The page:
• But we don’t need brain science to tell us this. In the survey I sent out, 82% of us stated in one way or another that we engage in compulsive time-wasting on our screens. Have you felt this? All is well, but our bodies compulsively reach for the phone or tv remote. Our brains just told our hands to look for another hit, another dopamine release. What stinks is that these dopamine releases pull us into habits that we find little to no enjoyment in - email checking and newsfeed scrolling.
  • But why is it so tough to put down the phone or remote once we pick them up? There’s a lot that goes into this, but one reason is because of the absence of stopping cues. Media used to be filled with stopping cues. Newspapers were confined to a particular amount of pages, so you had to put it down when you finished. TV shows ended, so you had to wait until next week. But our demand for media is strong, so developers are helping us partake without stopping cues. We read our local news or social newsfeed and what do we do? Scroll, scroll, scroll. There’s no end to the page. Finish an episode on Netflix or Hulu? We only have 5-10 seconds to climb out of the rabbit hole before the next one begins. By the way, we aren’t giving them money, but apps and websites make more money the more addicted we are. We give them our time for free, and they sell it to advertisers for billions.

 

Bible Distraction and Screen Meditations

But is there really a danger here for Christians? Next time, we will talk about the impact of screens on our emotional health and communities. But this week we will ask how this could impact our ability to enjoy life and grow in the Lord. Let me share two biblical truths to help us think critically about this question.

1. Lasting happiness, stability, and fruit-bearing are a result of meditating on God’s word.  Psalm 1:1–3 (NIV11-GK), “Blessed is the one who does not walk in step with the wicked… but whose delight is in the law of the Lord, and who meditates on his law day and night. That person is like a tree planted by streams of water, which yields its fruit in season and whose leaf does not wither— whatever they do prospers.” Do we want to live a blessed life, full of longterm happiness? Do we want stability in terrible times? Do we want to be fruitful and prosper in everything we do? Psalm 1 makes a bold claim: the person who delights in and meditates on God’s words day and night will have all this. Meditation: quiet focus and contemplation on God’s word. In the words of Deuteronomy 6, the word should be in our hearts, strapped to our hands, and between our eyes. But is this really what we do with God’s word, or our phones?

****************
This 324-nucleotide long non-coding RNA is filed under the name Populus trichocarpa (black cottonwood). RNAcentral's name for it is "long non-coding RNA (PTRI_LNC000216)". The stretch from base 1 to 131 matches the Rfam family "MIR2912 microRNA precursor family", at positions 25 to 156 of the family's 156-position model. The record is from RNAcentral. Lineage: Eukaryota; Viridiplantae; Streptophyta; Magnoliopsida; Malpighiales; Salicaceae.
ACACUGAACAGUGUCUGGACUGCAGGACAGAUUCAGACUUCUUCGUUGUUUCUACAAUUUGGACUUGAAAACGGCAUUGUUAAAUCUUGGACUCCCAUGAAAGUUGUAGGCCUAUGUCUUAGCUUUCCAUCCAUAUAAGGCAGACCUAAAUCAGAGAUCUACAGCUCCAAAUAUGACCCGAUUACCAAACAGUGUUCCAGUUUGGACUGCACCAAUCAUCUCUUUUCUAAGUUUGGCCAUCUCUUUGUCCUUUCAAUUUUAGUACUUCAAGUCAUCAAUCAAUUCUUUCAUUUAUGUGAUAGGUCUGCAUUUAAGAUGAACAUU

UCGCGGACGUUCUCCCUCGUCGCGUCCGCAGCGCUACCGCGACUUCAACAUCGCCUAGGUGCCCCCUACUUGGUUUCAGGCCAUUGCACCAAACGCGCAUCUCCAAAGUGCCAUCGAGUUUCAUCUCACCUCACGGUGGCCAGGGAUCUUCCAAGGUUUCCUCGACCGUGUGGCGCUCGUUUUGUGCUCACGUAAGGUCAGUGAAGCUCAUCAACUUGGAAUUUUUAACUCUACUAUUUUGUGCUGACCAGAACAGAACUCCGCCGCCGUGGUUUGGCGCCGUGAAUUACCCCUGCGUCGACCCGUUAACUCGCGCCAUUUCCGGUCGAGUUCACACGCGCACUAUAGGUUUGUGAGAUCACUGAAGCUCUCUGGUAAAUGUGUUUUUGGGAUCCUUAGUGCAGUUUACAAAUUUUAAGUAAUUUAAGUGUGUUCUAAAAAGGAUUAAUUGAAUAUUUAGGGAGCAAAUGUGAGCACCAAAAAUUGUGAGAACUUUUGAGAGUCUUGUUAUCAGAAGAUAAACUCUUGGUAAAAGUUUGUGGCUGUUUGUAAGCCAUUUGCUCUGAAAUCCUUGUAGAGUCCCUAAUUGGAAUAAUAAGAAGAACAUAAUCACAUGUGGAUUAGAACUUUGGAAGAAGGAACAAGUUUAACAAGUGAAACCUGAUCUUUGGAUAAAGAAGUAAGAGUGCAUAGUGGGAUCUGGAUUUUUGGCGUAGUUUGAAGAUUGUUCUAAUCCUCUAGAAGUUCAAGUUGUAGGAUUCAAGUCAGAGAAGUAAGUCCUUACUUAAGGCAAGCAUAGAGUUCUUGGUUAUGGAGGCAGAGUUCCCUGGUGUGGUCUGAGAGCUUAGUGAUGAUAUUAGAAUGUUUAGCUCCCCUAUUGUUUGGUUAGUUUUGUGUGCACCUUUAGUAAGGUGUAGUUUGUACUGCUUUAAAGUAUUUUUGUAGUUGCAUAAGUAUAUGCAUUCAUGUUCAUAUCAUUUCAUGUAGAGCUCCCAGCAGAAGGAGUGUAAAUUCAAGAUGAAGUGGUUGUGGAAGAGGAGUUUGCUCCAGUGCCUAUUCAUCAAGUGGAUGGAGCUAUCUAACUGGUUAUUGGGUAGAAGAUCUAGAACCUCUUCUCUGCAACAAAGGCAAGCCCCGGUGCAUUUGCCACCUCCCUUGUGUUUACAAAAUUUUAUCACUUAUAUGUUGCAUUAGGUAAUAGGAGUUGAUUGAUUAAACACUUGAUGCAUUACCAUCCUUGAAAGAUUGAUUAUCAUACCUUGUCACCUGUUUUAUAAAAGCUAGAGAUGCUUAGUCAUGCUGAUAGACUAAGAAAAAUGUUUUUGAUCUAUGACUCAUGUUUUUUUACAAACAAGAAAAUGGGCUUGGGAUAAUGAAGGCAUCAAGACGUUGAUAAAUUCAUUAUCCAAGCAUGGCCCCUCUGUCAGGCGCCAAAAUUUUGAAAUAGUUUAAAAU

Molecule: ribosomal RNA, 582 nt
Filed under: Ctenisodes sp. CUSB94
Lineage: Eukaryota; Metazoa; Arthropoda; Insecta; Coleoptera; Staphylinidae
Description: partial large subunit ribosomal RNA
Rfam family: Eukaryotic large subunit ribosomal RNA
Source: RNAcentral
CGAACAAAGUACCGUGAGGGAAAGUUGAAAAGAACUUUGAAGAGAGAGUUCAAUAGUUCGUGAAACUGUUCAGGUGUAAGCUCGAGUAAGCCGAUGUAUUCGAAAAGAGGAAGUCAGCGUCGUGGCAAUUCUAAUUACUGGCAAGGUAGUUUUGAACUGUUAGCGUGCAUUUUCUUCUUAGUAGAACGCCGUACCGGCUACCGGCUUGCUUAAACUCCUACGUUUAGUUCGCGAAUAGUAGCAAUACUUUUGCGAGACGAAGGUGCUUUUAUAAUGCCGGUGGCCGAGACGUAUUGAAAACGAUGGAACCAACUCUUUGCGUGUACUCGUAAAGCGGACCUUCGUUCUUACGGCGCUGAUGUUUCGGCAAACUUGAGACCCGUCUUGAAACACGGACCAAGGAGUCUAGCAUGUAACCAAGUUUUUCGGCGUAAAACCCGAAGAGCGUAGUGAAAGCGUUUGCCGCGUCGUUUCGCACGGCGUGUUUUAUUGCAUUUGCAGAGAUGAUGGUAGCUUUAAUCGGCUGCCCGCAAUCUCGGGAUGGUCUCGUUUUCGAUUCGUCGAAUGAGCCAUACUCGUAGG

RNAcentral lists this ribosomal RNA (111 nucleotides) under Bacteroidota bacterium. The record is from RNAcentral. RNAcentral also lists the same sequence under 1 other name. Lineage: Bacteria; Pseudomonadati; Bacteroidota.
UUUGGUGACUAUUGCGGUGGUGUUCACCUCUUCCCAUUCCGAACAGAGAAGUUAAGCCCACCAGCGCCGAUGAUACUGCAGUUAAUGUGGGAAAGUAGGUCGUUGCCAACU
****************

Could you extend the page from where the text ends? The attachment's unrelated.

Are we able to quietly contemplate and mull over God’s word? Why can this be such a challenge for many of us? First, constant inundation with screens changes the way we think. Nicholas Carr, writing for The Atlantic Magazine in 2008 put his experience like this. 

 

"Over the past few years I’ve had an uncomfortable sense that someone, or something, has been tinkering with my brain, remapping the neural circuitry, reprogramming the memory. My mind isn’t going—so far as I can tell—but it’s changing. I’m not thinking the way I used to think. I can feel it most strongly when I’m reading. Immersing myself in a book or a lengthy article used to be easy. My mind would get caught up in the narrative or the turns of the argument, and I’d spend hours strolling through long stretches of prose. That’s rarely the case anymore. Now my concentration often starts to drift after two or three pages. I get fidgety, lose the thread, begin looking for something else to do. I feel as if I’m always dragging my wayward brain back to the text. The deep reading that used to come naturally has become a struggle.” 

"And what the Net seems to be doing is chipping away my capacity for concentration and contemplation. My mind now expects to take in information the way the Net distributes it: in a swiftly moving stream of particles. Once I was a scuba diver in the sea of words. Now I zip along the surface like a guy on a Jet Ski."

 

The danger is obvious: our minds are being trained to skim on the surface, but the Bible is deep meditation literature. I was born just early enough in life that I know a little bit about what it is like for my mind to not be completely hijacked by screens. I fear our addiction to distraction may cause future generations to be so confused by God’s call to meditate that they will read over it or redefine it, because the word will have lost its meaning.

 

Meditation on God’s word is also challenging because, second, we can compulsively use digital distractions to keep solitude and serious thoughts away. Are you like me? For a couple seconds there is silence - nothing new to occupy our eyes or ears. Anxiety starts creeping in, but we may not even notice it because our bodies are trained to quickly grab phones and remotes the moment this happens. Before cellphones, one Christian writer put it this way: